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I use AppEngine (Java) and GWT to design my app. I have a class that represents objects that both the client (GWT) and the server (AppEngine) act on. Right now I have a AppEngine class (which contains all the server side information) and a class in the shared directory that the client uses (and gets passed between RPC calls). Now I need methods that convert between the two, and reproduce methods needed on the server and the client. This has be come a headache and I see bugs being prone when the class get more complicated.

The reason I didn't just make one shared class is that I didn't want to expose some of my server said logic, methods and attributes to the client. But I was reading that when GWT compiles it drops unused methods, and attributes from the compiled code. Is this true, and will this protect the code that I don't want to be seen on the client? Are there any gotchas I should be aware of? Attributes are less of a worry (I think) since it'll obfuscate the names. I know I can use the transient keyword so server data doesn't get sent to the client in RPC calls.

What would be best is an annotation I can put on methods that lets the GWT compiler know that it should never compile this method, that way I know it will never make it in to the compiled javascript.

Lastly if I keep the code separated is there a best practice for cases like this?

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See the answer for your similar question here: stackoverflow.com/questions/13184881/… –  Anders R. Bystrup Nov 2 '12 at 11:24
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2 Answers

I found one workaround that mostly solves my problem.

I may have a class that calls a server component of my code, this will make GWT compile crash because it doesn't have access to that class (say it is com.myproject.server.Class1). I can override a package implementation in GWT in the gwt.xml file (seen here http://code.google.com/p/google-web-toolkit-doc-1-5/wiki/DevGuideModuleXml) and make a com.myproject.client.com.myproject.server.Class1 class that implements the methods being called but can return null. This way GWT has a class to link that it can compile. Later in the GWT compile it should just drop this class/methods because it never (hopefully) gets called in GWT.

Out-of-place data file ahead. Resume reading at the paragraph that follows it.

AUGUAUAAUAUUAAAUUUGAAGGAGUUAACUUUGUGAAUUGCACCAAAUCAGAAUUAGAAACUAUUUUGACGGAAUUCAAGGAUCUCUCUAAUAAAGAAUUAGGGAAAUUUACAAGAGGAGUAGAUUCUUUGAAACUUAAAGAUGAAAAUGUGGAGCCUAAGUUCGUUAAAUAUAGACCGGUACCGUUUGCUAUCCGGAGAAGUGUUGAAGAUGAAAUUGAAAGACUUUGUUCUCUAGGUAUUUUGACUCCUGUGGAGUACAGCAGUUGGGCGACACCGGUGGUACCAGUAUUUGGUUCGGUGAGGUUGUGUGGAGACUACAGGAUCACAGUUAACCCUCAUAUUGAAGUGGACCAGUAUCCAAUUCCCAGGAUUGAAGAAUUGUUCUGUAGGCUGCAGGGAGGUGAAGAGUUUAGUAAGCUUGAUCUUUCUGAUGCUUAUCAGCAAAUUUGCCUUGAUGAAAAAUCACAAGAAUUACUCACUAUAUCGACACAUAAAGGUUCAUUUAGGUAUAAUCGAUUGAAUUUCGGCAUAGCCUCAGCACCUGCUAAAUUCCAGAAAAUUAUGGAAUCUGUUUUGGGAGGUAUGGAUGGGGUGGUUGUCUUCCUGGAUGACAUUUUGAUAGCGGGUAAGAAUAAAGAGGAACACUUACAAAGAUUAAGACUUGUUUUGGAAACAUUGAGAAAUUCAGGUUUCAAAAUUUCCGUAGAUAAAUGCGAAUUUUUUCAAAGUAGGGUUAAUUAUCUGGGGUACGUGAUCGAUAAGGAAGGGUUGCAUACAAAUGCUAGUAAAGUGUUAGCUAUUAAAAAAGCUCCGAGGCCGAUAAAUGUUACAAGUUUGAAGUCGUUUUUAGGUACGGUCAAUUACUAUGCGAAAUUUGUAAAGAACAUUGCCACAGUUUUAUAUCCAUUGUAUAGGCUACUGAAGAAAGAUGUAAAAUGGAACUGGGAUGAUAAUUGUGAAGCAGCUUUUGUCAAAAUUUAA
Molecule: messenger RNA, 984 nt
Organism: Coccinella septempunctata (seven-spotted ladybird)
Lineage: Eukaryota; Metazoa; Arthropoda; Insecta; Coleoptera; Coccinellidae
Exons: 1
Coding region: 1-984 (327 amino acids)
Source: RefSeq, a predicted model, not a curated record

This is probably a pretty hackish workaround but if done carefully can work.

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If I understand your question correctly, I would say that is not a good design. Serialized objects in the shared directory should be pure POJOs and you should not mix business logic in these classes.

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Actually I think you are wrong. If I need a cat on the server and a cat on the client side why should I have a ClientCat class, and a ServerCat class and then a CatDTO just to transfer a ClientCat to a ServerCat. All the cat's meow, eat and sleep so I would have to write all those methods atleast twice, the only difference is The ServerCat has some actions that will only be performed on the server and I don't want it shared with the user. This seems like it would be a good design. –  Michael Nov 2 '12 at 11:37
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